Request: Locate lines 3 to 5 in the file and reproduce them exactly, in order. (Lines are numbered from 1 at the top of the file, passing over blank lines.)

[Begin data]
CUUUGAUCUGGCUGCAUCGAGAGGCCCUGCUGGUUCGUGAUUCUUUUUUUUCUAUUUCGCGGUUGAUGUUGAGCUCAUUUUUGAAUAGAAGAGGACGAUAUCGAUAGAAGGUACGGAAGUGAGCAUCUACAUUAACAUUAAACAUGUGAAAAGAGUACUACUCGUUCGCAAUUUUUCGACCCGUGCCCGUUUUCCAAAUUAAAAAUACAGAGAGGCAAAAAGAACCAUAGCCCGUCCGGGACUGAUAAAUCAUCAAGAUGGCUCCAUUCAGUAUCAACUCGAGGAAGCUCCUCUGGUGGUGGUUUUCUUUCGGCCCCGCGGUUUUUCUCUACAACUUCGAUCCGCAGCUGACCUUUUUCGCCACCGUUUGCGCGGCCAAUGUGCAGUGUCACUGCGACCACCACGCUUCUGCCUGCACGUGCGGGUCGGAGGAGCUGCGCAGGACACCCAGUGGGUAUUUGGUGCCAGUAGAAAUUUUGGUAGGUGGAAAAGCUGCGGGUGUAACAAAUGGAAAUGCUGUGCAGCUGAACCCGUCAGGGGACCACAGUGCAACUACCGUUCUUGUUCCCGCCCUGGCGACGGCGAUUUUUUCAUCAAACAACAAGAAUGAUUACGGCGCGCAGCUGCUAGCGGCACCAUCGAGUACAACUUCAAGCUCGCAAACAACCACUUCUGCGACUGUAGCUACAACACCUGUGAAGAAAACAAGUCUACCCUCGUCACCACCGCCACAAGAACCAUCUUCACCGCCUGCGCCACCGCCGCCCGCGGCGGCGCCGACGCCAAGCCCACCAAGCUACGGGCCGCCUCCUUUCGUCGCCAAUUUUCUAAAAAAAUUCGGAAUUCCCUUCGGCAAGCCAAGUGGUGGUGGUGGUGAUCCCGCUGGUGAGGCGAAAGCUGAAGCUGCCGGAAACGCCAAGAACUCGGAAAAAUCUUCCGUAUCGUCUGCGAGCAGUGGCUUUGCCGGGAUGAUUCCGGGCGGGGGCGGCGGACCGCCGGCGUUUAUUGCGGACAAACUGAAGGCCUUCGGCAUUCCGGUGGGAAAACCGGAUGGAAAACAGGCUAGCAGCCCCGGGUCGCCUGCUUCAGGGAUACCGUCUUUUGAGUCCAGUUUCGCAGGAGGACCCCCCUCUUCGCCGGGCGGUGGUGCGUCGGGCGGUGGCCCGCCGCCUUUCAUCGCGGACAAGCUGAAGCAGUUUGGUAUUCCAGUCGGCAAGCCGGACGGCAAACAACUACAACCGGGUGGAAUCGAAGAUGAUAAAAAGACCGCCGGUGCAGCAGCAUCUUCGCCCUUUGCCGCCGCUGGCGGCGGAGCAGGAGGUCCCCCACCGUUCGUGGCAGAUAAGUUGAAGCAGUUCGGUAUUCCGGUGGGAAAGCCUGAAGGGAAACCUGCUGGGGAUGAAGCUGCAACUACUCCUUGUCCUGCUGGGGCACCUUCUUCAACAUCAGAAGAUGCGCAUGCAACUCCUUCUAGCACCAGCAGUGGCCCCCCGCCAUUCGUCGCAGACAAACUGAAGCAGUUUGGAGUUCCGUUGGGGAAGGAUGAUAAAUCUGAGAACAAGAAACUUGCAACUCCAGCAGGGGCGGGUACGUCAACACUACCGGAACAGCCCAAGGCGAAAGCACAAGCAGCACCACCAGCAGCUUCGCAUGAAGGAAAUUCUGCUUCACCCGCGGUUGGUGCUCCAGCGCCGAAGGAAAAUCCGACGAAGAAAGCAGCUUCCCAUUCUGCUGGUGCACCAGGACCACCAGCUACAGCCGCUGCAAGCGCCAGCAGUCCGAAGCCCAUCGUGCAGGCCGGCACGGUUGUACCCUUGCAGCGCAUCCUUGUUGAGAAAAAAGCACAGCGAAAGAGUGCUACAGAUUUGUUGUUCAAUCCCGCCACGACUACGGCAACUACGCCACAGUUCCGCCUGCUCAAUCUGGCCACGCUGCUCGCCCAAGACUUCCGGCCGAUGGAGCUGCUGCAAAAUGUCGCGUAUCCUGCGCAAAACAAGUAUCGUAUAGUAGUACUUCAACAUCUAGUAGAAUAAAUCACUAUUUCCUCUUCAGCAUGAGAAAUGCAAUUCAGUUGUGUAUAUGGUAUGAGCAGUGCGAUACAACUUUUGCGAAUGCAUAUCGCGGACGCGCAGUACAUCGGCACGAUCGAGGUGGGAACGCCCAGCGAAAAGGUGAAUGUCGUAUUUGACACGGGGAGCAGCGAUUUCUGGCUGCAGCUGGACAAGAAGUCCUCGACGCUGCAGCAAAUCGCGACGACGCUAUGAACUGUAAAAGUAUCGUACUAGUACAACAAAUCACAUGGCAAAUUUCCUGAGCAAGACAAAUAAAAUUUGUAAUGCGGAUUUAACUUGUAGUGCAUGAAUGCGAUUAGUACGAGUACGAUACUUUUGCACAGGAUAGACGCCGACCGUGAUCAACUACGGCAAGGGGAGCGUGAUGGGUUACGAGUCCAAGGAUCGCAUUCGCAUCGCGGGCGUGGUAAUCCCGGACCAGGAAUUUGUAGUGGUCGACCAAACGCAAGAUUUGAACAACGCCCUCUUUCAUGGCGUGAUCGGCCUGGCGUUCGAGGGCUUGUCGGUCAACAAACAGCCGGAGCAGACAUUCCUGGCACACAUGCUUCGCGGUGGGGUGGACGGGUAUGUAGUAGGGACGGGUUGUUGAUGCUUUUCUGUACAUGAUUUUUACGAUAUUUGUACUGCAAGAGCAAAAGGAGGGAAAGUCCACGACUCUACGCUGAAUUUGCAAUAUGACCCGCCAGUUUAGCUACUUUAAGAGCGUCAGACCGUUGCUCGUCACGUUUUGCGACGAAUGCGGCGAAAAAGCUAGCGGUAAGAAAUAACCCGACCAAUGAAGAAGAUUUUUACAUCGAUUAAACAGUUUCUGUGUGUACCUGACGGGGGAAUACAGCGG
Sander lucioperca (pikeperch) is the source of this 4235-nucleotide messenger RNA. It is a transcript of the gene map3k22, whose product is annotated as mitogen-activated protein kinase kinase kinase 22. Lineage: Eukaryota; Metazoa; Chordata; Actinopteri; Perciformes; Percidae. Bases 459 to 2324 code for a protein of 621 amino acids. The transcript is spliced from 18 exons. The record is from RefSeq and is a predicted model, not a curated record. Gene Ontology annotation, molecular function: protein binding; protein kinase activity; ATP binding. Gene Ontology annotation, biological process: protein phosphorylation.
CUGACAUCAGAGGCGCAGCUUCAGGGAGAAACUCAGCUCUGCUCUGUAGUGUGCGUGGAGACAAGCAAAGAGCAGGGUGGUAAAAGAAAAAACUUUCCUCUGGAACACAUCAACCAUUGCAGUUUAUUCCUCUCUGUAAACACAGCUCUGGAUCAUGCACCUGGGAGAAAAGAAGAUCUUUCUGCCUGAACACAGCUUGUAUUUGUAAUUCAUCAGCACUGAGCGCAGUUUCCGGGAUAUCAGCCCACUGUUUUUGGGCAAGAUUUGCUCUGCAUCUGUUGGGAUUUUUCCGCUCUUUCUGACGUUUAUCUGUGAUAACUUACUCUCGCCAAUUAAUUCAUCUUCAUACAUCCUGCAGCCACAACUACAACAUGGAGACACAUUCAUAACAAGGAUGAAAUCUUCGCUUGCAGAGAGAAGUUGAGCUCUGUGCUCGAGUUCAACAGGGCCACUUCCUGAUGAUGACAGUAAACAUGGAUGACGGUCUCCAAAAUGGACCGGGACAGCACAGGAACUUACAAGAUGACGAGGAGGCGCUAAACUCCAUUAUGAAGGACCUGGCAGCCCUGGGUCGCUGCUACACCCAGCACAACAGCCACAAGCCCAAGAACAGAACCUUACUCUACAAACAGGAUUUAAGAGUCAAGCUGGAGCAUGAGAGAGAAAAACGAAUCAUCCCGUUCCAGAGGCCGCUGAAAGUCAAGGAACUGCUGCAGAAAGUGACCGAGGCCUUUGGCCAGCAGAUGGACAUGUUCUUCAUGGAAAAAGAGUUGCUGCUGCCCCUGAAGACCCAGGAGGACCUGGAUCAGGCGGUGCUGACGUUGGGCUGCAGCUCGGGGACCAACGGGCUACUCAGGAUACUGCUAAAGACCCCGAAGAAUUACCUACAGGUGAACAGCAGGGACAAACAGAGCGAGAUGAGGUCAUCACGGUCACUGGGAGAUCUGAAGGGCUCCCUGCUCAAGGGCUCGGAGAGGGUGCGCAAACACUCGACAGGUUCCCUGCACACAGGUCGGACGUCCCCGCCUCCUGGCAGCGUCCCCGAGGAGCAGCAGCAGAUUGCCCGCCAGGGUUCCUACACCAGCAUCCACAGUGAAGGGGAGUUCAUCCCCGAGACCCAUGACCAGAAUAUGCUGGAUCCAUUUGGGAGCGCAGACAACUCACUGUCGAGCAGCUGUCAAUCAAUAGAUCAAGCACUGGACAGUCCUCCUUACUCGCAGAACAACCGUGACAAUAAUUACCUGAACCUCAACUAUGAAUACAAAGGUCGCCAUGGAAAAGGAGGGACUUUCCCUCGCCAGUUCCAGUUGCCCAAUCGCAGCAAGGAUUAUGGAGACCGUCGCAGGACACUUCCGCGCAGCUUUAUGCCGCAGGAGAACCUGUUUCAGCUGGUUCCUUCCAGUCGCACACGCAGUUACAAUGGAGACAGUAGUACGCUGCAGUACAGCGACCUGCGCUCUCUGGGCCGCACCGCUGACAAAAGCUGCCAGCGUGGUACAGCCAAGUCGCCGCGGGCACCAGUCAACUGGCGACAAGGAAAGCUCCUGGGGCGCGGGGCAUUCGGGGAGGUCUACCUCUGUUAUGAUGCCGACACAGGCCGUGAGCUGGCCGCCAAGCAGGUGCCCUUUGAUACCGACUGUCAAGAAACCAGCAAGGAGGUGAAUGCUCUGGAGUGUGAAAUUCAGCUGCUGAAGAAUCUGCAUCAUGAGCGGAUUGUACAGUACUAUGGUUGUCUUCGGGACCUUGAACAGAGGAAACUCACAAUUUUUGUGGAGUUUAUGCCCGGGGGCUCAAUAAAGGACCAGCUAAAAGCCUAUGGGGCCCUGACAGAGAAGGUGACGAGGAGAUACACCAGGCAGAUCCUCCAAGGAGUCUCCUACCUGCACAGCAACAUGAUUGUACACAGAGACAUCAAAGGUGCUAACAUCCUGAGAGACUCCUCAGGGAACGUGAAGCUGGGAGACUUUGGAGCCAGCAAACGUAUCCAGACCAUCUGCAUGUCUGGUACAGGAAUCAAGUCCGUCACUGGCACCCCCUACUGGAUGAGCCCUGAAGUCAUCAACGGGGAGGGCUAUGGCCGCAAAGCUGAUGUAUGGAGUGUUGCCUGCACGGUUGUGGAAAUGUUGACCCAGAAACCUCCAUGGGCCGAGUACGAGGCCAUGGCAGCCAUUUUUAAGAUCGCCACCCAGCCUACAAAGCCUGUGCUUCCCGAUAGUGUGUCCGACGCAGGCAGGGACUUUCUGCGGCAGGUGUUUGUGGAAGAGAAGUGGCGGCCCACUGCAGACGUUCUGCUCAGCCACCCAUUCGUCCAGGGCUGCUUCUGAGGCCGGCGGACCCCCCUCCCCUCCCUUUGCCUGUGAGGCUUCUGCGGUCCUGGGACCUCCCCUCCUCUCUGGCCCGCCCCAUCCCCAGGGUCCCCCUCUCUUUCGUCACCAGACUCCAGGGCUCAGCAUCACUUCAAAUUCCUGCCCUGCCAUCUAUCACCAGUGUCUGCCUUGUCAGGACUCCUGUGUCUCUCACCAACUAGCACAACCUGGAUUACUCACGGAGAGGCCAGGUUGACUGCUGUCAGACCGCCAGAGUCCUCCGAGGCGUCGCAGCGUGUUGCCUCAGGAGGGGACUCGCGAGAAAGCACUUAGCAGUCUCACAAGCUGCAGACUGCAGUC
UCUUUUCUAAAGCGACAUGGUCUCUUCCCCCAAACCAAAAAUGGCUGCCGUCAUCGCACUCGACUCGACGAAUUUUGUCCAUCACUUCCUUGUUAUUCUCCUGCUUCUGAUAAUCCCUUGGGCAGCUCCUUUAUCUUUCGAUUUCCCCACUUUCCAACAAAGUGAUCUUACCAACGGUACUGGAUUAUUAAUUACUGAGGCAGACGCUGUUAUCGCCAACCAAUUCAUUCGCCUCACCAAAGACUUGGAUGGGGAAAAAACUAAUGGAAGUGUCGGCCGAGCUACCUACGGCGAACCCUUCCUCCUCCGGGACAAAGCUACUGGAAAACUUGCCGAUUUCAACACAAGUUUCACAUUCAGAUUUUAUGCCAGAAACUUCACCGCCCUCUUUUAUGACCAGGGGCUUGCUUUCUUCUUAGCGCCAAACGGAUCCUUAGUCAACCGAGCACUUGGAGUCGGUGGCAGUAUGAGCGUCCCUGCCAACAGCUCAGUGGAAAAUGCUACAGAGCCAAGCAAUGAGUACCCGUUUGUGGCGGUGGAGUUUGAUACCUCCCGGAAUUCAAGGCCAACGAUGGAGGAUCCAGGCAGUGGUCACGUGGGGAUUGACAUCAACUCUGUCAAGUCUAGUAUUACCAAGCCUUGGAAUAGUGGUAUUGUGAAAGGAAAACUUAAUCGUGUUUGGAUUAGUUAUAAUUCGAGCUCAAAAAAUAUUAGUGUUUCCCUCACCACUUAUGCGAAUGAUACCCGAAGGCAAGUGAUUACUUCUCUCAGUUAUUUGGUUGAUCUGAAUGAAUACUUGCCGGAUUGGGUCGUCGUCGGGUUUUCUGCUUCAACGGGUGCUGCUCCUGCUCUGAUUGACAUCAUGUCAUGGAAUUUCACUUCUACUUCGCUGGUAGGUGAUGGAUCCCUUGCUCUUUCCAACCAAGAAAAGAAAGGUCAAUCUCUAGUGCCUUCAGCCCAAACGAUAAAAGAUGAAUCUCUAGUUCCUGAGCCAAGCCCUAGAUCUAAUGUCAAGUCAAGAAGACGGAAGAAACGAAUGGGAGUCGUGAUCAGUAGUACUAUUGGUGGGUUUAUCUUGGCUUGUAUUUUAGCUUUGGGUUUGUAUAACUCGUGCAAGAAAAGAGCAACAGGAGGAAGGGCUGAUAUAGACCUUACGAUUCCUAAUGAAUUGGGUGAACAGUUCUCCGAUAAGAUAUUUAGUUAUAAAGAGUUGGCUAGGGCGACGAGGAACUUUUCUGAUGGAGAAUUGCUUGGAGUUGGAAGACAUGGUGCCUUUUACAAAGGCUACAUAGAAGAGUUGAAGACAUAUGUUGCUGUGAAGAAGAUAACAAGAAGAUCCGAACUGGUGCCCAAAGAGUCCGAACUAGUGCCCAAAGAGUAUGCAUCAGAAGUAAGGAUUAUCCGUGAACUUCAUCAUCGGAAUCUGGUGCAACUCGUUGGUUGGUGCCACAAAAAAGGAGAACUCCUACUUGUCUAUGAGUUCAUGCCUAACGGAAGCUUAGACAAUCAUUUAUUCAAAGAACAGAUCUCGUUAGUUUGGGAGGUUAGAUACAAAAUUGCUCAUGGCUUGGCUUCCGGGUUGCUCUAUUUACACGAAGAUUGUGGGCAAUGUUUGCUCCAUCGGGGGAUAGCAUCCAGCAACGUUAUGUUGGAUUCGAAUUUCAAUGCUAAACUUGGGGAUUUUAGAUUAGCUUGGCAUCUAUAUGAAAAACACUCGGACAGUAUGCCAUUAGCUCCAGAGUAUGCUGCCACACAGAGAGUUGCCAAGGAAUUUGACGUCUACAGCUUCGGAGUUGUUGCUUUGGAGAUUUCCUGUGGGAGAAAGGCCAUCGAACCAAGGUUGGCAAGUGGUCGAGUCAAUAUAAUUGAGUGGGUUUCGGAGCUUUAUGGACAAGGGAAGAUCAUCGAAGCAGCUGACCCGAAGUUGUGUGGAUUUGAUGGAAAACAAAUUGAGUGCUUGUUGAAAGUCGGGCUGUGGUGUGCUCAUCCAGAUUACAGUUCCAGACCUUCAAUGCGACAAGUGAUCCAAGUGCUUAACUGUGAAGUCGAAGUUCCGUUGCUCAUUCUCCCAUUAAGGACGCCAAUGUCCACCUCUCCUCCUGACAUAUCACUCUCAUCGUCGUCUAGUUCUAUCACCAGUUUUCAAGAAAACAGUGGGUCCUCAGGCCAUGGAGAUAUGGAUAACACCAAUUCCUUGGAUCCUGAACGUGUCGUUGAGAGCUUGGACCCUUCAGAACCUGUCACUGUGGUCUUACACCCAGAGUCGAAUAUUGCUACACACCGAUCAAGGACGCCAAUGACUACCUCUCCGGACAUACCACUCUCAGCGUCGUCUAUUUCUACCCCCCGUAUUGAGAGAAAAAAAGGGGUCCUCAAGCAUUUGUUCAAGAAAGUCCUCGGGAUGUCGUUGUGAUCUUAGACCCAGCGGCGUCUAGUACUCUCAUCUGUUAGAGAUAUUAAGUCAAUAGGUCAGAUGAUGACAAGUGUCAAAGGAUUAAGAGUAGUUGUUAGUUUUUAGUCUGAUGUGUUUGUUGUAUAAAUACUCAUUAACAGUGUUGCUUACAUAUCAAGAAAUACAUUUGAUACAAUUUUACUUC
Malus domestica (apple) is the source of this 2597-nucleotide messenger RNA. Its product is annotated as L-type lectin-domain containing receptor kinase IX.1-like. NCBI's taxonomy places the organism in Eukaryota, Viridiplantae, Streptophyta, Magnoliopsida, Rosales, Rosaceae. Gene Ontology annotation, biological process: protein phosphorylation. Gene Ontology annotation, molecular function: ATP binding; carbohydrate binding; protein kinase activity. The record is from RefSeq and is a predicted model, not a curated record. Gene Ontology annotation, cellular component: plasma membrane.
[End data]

CUGACAUCAGAGGCGCAGCUUCAGGGAGAAACUCAGCUCUGCUCUGUAGUGUGCGUGGAGACAAGCAAAGAGCAGGGUGGUAAAAGAAAAAACUUUCCUCUGGAACACAUCAACCAUUGCAGUUUAUUCCUCUCUGUAAACACAGCUCUGGAUCAUGCACCUGGGAGAAAAGAAGAUCUUUCUGCCUGAACACAGCUUGUAUUUGUAAUUCAUCAGCACUGAGCGCAGUUUCCGGGAUAUCAGCCCACUGUUUUUGGGCAAGAUUUGCUCUGCAUCUGUUGGGAUUUUUCCGCUCUUUCUGACGUUUAUCUGUGAUAACUUACUCUCGCCAAUUAAUUCAUCUUCAUACAUCCUGCAGCCACAACUACAACAUGGAGACACAUUCAUAACAAGGAUGAAAUCUUCGCUUGCAGAGAGAAGUUGAGCUCUGUGCUCGAGUUCAACAGGGCCACUUCCUGAUGAUGACAGUAAACAUGGAUGACGGUCUCCAAAAUGGACCGGGACAGCACAGGAACUUACAAGAUGACGAGGAGGCGCUAAACUCCAUUAUGAAGGACCUGGCAGCCCUGGGUCGCUGCUACACCCAGCACAACAGCCACAAGCCCAAGAACAGAACCUUACUCUACAAACAGGAUUUAAGAGUCAAGCUGGAGCAUGAGAGAGAAAAACGAAUCAUCCCGUUCCAGAGGCCGCUGAAAGUCAAGGAACUGCUGCAGAAAGUGACCGAGGCCUUUGGCCAGCAGAUGGACAUGUUCUUCAUGGAAAAAGAGUUGCUGCUGCCCCUGAAGACCCAGGAGGACCUGGAUCAGGCGGUGCUGACGUUGGGCUGCAGCUCGGGGACCAACGGGCUACUCAGGAUACUGCUAAAGACCCCGAAGAAUUACCUACAGGUGAACAGCAGGGACAAACAGAGCGAGAUGAGGUCAUCACGGUCACUGGGAGAUCUGAAGGGCUCCCUGCUCAAGGGCUCGGAGAGGGUGCGCAAACACUCGACAGGUUCCCUGCACACAGGUCGGACGUCCCCGCCUCCUGGCAGCGUCCCCGAGGAGCAGCAGCAGAUUGCCCGCCAGGGUUCCUACACCAGCAUCCACAGUGAAGGGGAGUUCAUCCCCGAGACCCAUGACCAGAAUAUGCUGGAUCCAUUUGGGAGCGCAGACAACUCACUGUCGAGCAGCUGUCAAUCAAUAGAUCAAGCACUGGACAGUCCUCCUUACUCGCAGAACAACCGUGACAAUAAUUACCUGAACCUCAACUAUGAAUACAAAGGUCGCCAUGGAAAAGGAGGGACUUUCCCUCGCCAGUUCCAGUUGCCCAAUCGCAGCAAGGAUUAUGGAGACCGUCGCAGGACACUUCCGCGCAGCUUUAUGCCGCAGGAGAACCUGUUUCAGCUGGUUCCUUCCAGUCGCACACGCAGUUACAAUGGAGACAGUAGUACGCUGCAGUACAGCGACCUGCGCUCUCUGGGCCGCACCGCUGACAAAAGCUGCCAGCGUGGUACAGCCAAGUCGCCGCGGGCACCAGUCAACUGGCGACAAGGAAAGCUCCUGGGGCGCGGGGCAUUCGGGGAGGUCUACCUCUGUUAUGAUGCCGACACAGGCCGUGAGCUGGCCGCCAAGCAGGUGCCCUUUGAUACCGACUGUCAAGAAACCAGCAAGGAGGUGAAUGCUCUGGAGUGUGAAAUUCAGCUGCUGAAGAAUCUGCAUCAUGAGCGGAUUGUACAGUACUAUGGUUGUCUUCGGGACCUUGAACAGAGGAAACUCACAAUUUUUGUGGAGUUUAUGCCCGGGGGCUCAAUAAAGGACCAGCUAAAAGCCUAUGGGGCCCUGACAGAGAAGGUGACGAGGAGAUACACCAGGCAGAUCCUCCAAGGAGUCUCCUACCUGCACAGCAACAUGAUUGUACACAGAGACAUCAAAGGUGCUAACAUCCUGAGAGACUCCUCAGGGAACGUGAAGCUGGGAGACUUUGGAGCCAGCAAACGUAUCCAGACCAUCUGCAUGUCUGGUACAGGAAUCAAGUCCGUCACUGGCACCCCCUACUGGAUGAGCCCUGAAGUCAUCAACGGGGAGGGCUAUGGCCGCAAAGCUGAUGUAUGGAGUGUUGCCUGCACGGUUGUGGAAAUGUUGACCCAGAAACCUCCAUGGGCCGAGUACGAGGCCAUGGCAGCCAUUUUUAAGAUCGCCACCCAGCCUACAAAGCCUGUGCUUCCCGAUAGUGUGUCCGACGCAGGCAGGGACUUUCUGCGGCAGGUGUUUGUGGAAGAGAAGUGGCGGCCCACUGCAGACGUUCUGCUCAGCCACCCAUUCGUCCAGGGCUGCUUCUGAGGCCGGCGGACCCCCCUCCCCUCCCUUUGCCUGUGAGGCUUCUGCGGUCCUGGGACCUCCCCUCCUCUCUGGCCCGCCCCAUCCCCAGGGUCCCCCUCUCUUUCGUCACCAGACUCCAGGGCUCAGCAUCACUUCAAAUUCCUGCCCUGCCAUCUAUCACCAGUGUCUGCCUUGUCAGGACUCCUGUGUCUCUCACCAACUAGCACAACCUGGAUUACUCACGGAGAGGCCAGGUUGACUGCUGUCAGACCGCCAGAGUCCUCCGAGGCGUCGCAGCGUGUUGCCUCAGGAGGGGACUCGCGAGAAAGCACUUAGCAGUCUCACAAGCUGCAGACUGCAGUC
UCUUUUCUAAAGCGACAUGGUCUCUUCCCCCAAACCAAAAAUGGCUGCCGUCAUCGCACUCGACUCGACGAAUUUUGUCCAUCACUUCCUUGUUAUUCUCCUGCUUCUGAUAAUCCCUUGGGCAGCUCCUUUAUCUUUCGAUUUCCCCACUUUCCAACAAAGUGAUCUUACCAACGGUACUGGAUUAUUAAUUACUGAGGCAGACGCUGUUAUCGCCAACCAAUUCAUUCGCCUCACCAAAGACUUGGAUGGGGAAAAAACUAAUGGAAGUGUCGGCCGAGCUACCUACGGCGAACCCUUCCUCCUCCGGGACAAAGCUACUGGAAAACUUGCCGAUUUCAACACAAGUUUCACAUUCAGAUUUUAUGCCAGAAACUUCACCGCCCUCUUUUAUGACCAGGGGCUUGCUUUCUUCUUAGCGCCAAACGGAUCCUUAGUCAACCGAGCACUUGGAGUCGGUGGCAGUAUGAGCGUCCCUGCCAACAGCUCAGUGGAAAAUGCUACAGAGCCAAGCAAUGAGUACCCGUUUGUGGCGGUGGAGUUUGAUACCUCCCGGAAUUCAAGGCCAACGAUGGAGGAUCCAGGCAGUGGUCACGUGGGGAUUGACAUCAACUCUGUCAAGUCUAGUAUUACCAAGCCUUGGAAUAGUGGUAUUGUGAAAGGAAAACUUAAUCGUGUUUGGAUUAGUUAUAAUUCGAGCUCAAAAAAUAUUAGUGUUUCCCUCACCACUUAUGCGAAUGAUACCCGAAGGCAAGUGAUUACUUCUCUCAGUUAUUUGGUUGAUCUGAAUGAAUACUUGCCGGAUUGGGUCGUCGUCGGGUUUUCUGCUUCAACGGGUGCUGCUCCUGCUCUGAUUGACAUCAUGUCAUGGAAUUUCACUUCUACUUCGCUGGUAGGUGAUGGAUCCCUUGCUCUUUCCAACCAAGAAAAGAAAGGUCAAUCUCUAGUGCCUUCAGCCCAAACGAUAAAAGAUGAAUCUCUAGUUCCUGAGCCAAGCCCUAGAUCUAAUGUCAAGUCAAGAAGACGGAAGAAACGAAUGGGAGUCGUGAUCAGUAGUACUAUUGGUGGGUUUAUCUUGGCUUGUAUUUUAGCUUUGGGUUUGUAUAACUCGUGCAAGAAAAGAGCAACAGGAGGAAGGGCUGAUAUAGACCUUACGAUUCCUAAUGAAUUGGGUGAACAGUUCUCCGAUAAGAUAUUUAGUUAUAAAGAGUUGGCUAGGGCGACGAGGAACUUUUCUGAUGGAGAAUUGCUUGGAGUUGGAAGACAUGGUGCCUUUUACAAAGGCUACAUAGAAGAGUUGAAGACAUAUGUUGCUGUGAAGAAGAUAACAAGAAGAUCCGAACUGGUGCCCAAAGAGUCCGAACUAGUGCCCAAAGAGUAUGCAUCAGAAGUAAGGAUUAUCCGUGAACUUCAUCAUCGGAAUCUGGUGCAACUCGUUGGUUGGUGCCACAAAAAAGGAGAACUCCUACUUGUCUAUGAGUUCAUGCCUAACGGAAGCUUAGACAAUCAUUUAUUCAAAGAACAGAUCUCGUUAGUUUGGGAGGUUAGAUACAAAAUUGCUCAUGGCUUGGCUUCCGGGUUGCUCUAUUUACACGAAGAUUGUGGGCAAUGUUUGCUCCAUCGGGGGAUAGCAUCCAGCAACGUUAUGUUGGAUUCGAAUUUCAAUGCUAAACUUGGGGAUUUUAGAUUAGCUUGGCAUCUAUAUGAAAAACACUCGGACAGUAUGCCAUUAGCUCCAGAGUAUGCUGCCACACAGAGAGUUGCCAAGGAAUUUGACGUCUACAGCUUCGGAGUUGUUGCUUUGGAGAUUUCCUGUGGGAGAAAGGCCAUCGAACCAAGGUUGGCAAGUGGUCGAGUCAAUAUAAUUGAGUGGGUUUCGGAGCUUUAUGGACAAGGGAAGAUCAUCGAAGCAGCUGACCCGAAGUUGUGUGGAUUUGAUGGAAAACAAAUUGAGUGCUUGUUGAAAGUCGGGCUGUGGUGUGCUCAUCCAGAUUACAGUUCCAGACCUUCAAUGCGACAAGUGAUCCAAGUGCUUAACUGUGAAGUCGAAGUUCCGUUGCUCAUUCUCCCAUUAAGGACGCCAAUGUCCACCUCUCCUCCUGACAUAUCACUCUCAUCGUCGUCUAGUUCUAUCACCAGUUUUCAAGAAAACAGUGGGUCCUCAGGCCAUGGAGAUAUGGAUAACACCAAUUCCUUGGAUCCUGAACGUGUCGUUGAGAGCUUGGACCCUUCAGAACCUGUCACUGUGGUCUUACACCCAGAGUCGAAUAUUGCUACACACCGAUCAAGGACGCCAAUGACUACCUCUCCGGACAUACCACUCUCAGCGUCGUCUAUUUCUACCCCCCGUAUUGAGAGAAAAAAAGGGGUCCUCAAGCAUUUGUUCAAGAAAGUCCUCGGGAUGUCGUUGUGAUCUUAGACCCAGCGGCGUCUAGUACUCUCAUCUGUUAGAGAUAUUAAGUCAAUAGGUCAGAUGAUGACAAGUGUCAAAGGAUUAAGAGUAGUUGUUAGUUUUUAGUCUGAUGUGUUUGUUGUAUAAAUACUCAUUAACAGUGUUGCUUACAUAUCAAGAAAUACAUUUGAUACAAUUUUACUUC
Malus domestica (apple) is the source of this 2597-nucleotide messenger RNA. Its product is annotated as L-type lectin-domain containing receptor kinase IX.1-like. NCBI's taxonomy places the organism in Eukaryota, Viridiplantae, Streptophyta, Magnoliopsida, Rosales, Rosaceae. Gene Ontology annotation, biological process: protein phosphorylation. Gene Ontology annotation, molecular function: ATP binding; carbohydrate binding; protein kinase activity. The record is from RefSeq and is a predicted model, not a curated record. Gene Ontology annotation, cellular component: plasma membrane.